12-04-2016  4:24 am      •     

This summer, 15 delegates from Seattle will journey to the African nation of Burundi to participate in a cross-cultural program to promote cross-cultural understanding and build infrastructure.
The trip, organized by Global Citizen Journey, is their third program, and looks to educate and build lasting bonds.
"Now feels like a critical moment when we awaken to our interconnectedness," said Susan Partnow, founder of Global Citizen Journey. "The whole program is like a living laboratory."
The Burundi program will take place in the capital city Bujumbura in July 2009. The program is comprised of 15 delegates from the United States and 15 Burundi delegates. The hosting organization is JRMD — which stands for Youth in Construction in a World of Destruction. The organization works with both major ethnic groups in Burundi, the Hutu and Tutsis.
Global Citizen Journey is accepting applications until the end of October, and eight seats are still open.
Organizers say they're especially interested in people with a background in finance, business and agriculture. It is also encouraging males to apply, since most of the current delegates are female.
 "It is a chance to learn first hand how to become a fully engaged global citizen," said Partnow.
Burundi is a nation approximately the size of Massachusetts located in central East Africa. While it has a long history as an ancient kingdom, it has suffered greatly over the past 150 years colonialism, poverty and most recently a genocidal civil war between Hutu and Tutsis, which claimed the lives of over a half million people.
"Burundi is basically the poor step-sister of Rwanda," said Partnow. "In many ways it is an entire nation in PTSD (Post-Traumatic Stress Syndrome)."
She pointed out that many organizations overlook the nation, because of the close proximity to other nations also in need such as Rwanda and the Democratic Republic of the Congo.
Part of the mission of Global Citizen Journey is to "shed light on areas and issues that are not well understood in the U.S., enabling voices largely unknown outside their borders to be heard."
The three-week journey to Burundi is a program that allows for both cooperative building and "citizen diplomacy." Global Citizen Journey is a grassroots organization, founded and run by volunteers. Because of this, they have been welcomed when arriving in Africa.
"We're always amazed at the positive view of the United States," said Partnow. "We are all just individuals, not represented by a major corporation, and people respect that."
For the cooperative building part of the program, Global Citizen Journey will partner with a women's collective in Camara, an area outside of Bujumbura. The effort will focus on providing a farming community to support themselves and their children.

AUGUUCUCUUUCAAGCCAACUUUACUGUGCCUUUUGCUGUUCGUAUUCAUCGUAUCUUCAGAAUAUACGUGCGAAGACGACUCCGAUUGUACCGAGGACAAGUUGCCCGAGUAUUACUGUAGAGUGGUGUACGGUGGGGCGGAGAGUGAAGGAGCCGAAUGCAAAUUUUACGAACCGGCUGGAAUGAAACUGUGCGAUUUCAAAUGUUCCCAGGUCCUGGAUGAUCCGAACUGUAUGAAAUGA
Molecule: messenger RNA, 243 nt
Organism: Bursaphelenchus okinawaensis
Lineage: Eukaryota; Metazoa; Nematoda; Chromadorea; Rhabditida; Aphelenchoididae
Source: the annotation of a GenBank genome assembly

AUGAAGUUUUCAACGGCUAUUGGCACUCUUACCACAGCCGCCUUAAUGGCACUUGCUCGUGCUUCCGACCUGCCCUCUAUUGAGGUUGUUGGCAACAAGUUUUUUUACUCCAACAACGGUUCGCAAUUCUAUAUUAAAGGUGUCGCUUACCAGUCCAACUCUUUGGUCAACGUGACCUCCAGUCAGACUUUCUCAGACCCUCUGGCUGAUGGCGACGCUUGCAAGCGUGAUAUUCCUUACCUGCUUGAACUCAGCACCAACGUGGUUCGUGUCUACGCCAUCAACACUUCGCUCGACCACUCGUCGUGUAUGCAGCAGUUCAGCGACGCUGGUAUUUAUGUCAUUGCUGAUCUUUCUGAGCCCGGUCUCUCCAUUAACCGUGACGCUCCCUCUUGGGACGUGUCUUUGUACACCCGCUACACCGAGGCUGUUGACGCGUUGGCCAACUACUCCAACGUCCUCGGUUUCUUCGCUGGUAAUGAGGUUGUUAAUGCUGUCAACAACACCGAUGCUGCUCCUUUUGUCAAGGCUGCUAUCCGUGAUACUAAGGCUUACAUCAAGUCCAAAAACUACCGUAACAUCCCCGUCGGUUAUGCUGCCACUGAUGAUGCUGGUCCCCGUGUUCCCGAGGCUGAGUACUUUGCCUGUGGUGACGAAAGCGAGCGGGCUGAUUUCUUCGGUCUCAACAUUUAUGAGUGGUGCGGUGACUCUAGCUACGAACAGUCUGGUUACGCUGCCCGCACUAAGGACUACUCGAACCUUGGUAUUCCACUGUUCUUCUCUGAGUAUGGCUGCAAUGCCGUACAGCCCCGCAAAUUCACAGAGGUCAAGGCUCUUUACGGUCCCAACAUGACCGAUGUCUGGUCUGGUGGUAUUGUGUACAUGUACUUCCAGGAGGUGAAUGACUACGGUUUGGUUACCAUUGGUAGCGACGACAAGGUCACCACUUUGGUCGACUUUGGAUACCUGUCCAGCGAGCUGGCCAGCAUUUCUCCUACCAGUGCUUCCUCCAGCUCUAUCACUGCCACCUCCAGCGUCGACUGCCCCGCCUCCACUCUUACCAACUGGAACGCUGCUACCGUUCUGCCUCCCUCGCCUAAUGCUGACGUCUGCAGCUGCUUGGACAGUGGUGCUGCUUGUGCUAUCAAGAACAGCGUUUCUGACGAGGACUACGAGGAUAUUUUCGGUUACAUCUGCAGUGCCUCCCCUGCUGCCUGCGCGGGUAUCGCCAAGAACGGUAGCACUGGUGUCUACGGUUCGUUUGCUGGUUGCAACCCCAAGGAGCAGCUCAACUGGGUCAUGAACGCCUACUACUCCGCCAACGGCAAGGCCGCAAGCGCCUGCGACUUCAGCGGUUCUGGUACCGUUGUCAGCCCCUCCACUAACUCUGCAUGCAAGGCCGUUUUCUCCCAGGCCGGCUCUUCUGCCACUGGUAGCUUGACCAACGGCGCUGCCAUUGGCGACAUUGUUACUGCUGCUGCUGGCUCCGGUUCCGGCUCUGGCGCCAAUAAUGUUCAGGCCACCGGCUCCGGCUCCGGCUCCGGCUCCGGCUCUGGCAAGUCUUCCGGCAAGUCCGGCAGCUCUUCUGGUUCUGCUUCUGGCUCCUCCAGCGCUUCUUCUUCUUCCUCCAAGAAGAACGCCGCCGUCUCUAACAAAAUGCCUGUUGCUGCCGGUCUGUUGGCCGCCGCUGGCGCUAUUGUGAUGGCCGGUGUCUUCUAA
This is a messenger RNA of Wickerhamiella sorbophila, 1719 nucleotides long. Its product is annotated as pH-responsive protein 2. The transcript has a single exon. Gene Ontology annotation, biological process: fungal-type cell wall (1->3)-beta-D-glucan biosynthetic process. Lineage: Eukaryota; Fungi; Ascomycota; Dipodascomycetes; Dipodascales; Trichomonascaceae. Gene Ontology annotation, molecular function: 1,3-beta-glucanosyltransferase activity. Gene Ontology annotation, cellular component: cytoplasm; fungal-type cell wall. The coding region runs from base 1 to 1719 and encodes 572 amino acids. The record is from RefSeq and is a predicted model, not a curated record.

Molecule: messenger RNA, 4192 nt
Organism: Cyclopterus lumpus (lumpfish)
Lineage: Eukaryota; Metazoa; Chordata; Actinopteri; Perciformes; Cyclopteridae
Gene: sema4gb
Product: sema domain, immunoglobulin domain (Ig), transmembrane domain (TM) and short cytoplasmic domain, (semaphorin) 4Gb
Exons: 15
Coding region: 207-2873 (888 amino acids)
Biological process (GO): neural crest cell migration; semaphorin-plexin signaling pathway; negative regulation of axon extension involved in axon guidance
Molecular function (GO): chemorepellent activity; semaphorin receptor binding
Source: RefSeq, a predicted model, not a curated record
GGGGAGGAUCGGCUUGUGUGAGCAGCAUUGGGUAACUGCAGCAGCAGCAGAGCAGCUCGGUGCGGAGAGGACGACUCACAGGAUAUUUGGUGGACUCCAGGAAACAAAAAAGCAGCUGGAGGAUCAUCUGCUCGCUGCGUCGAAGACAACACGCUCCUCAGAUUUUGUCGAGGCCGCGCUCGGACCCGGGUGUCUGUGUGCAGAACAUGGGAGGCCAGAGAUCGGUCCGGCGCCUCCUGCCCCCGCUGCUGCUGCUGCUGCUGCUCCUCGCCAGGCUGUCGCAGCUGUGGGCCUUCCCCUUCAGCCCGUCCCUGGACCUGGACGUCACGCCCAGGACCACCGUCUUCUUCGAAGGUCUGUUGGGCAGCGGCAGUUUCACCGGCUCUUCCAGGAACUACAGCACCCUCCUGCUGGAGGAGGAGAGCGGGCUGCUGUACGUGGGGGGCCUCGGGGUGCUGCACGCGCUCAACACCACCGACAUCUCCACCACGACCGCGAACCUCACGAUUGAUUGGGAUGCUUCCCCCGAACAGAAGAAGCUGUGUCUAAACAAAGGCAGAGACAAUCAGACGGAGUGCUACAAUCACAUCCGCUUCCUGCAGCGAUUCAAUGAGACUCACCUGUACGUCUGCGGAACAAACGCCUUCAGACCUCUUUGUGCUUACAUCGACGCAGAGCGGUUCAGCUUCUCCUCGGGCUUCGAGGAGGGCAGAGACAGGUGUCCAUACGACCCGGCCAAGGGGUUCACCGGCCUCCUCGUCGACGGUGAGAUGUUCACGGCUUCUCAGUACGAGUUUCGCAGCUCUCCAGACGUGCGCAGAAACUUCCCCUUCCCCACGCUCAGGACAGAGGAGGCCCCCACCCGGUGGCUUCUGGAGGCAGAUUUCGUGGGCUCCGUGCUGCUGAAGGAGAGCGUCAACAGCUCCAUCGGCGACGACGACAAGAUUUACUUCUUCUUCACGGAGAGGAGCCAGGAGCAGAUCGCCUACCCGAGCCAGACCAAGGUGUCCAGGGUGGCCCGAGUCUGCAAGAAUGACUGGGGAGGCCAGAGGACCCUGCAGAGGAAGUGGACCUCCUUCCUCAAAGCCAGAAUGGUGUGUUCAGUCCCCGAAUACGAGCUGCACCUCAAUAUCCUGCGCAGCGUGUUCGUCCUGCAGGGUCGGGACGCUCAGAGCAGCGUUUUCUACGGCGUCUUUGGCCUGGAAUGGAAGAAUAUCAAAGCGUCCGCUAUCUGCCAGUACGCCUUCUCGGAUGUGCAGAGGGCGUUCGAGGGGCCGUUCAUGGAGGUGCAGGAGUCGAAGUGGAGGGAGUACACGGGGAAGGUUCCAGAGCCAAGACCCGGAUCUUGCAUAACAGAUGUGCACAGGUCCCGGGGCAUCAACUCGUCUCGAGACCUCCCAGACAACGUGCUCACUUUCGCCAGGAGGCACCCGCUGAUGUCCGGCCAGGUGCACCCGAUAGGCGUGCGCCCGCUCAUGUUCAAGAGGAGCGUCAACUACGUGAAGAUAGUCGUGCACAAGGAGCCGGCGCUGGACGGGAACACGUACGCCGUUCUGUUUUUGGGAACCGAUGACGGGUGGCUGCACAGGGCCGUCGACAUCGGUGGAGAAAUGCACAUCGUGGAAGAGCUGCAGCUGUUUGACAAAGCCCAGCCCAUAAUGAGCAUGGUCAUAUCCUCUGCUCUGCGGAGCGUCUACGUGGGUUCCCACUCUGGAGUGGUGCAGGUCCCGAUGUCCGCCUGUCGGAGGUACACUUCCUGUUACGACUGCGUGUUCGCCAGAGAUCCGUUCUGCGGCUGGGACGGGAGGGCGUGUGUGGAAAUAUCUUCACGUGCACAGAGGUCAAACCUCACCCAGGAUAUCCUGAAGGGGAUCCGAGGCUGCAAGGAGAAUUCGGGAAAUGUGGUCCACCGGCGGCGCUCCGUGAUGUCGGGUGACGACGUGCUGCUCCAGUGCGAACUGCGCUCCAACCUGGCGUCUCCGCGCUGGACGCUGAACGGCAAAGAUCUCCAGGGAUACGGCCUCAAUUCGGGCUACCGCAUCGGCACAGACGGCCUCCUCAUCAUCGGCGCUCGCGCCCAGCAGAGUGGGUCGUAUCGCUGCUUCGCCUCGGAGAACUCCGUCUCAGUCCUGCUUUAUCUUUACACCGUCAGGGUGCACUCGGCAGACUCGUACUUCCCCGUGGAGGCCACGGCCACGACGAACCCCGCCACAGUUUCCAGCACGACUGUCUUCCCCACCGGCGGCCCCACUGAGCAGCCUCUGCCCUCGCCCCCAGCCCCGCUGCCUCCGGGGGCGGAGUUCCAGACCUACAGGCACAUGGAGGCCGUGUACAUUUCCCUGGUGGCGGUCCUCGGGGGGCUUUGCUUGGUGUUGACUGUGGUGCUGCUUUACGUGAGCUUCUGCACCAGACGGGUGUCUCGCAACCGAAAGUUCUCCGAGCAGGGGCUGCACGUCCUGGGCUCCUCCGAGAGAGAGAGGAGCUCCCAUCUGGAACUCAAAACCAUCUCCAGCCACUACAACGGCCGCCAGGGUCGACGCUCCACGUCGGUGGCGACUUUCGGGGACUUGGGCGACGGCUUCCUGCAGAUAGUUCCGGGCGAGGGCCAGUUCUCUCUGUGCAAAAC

"The women said 'We don't want to go to Bujumbura and beg, we want to feed ourselves,'" said Partnow.
She hopes that once the collective is built, it can become sustainable enough that one day it can move beyond subsistence and start to provide some economic infrastructure.
Past trips by Global Citizen Journey have went to the Delta Region of Nigeria and Ghana. Each of those trips also combined citizen diplomacy with a community project. In Nigeria, the focus was on building a library, in a region where the literacy was only 40 percent. In Ghana, they worked together to build an orphanage and community learning center.
"We learn about each other by rolling up our sleeves and working together," said Partnow. "The journey is not eco-tourism, we're going for service."
The other major component of their journey is citizen diplomacy. Global Citizen Journey has confronted governments on past trips, including Nigeria. Partnow explained how they talked with representatives from the government on the situation in the Delta Region.
"We really believe in citizen diplomacy and listening to all sides," said Partnow. "We try for true democracy."
Global Citizen Journey is currently in the process of selecting delegates for the Burundi program. The cost is approximately $3,150, not including airfare. Partnow said much of the money goes toward paying for the expenses of the local delegates and for the program's infrastructure project.
She said that while some members had the means to pay for the trip outright, others collected donations, which are tax deductible. "About half of our delegates have raised the money on their own to go," said Partnow.
For more information on Global Citizen Journey Burundi 2009 visit http://www.globalcitizenjourney.org.

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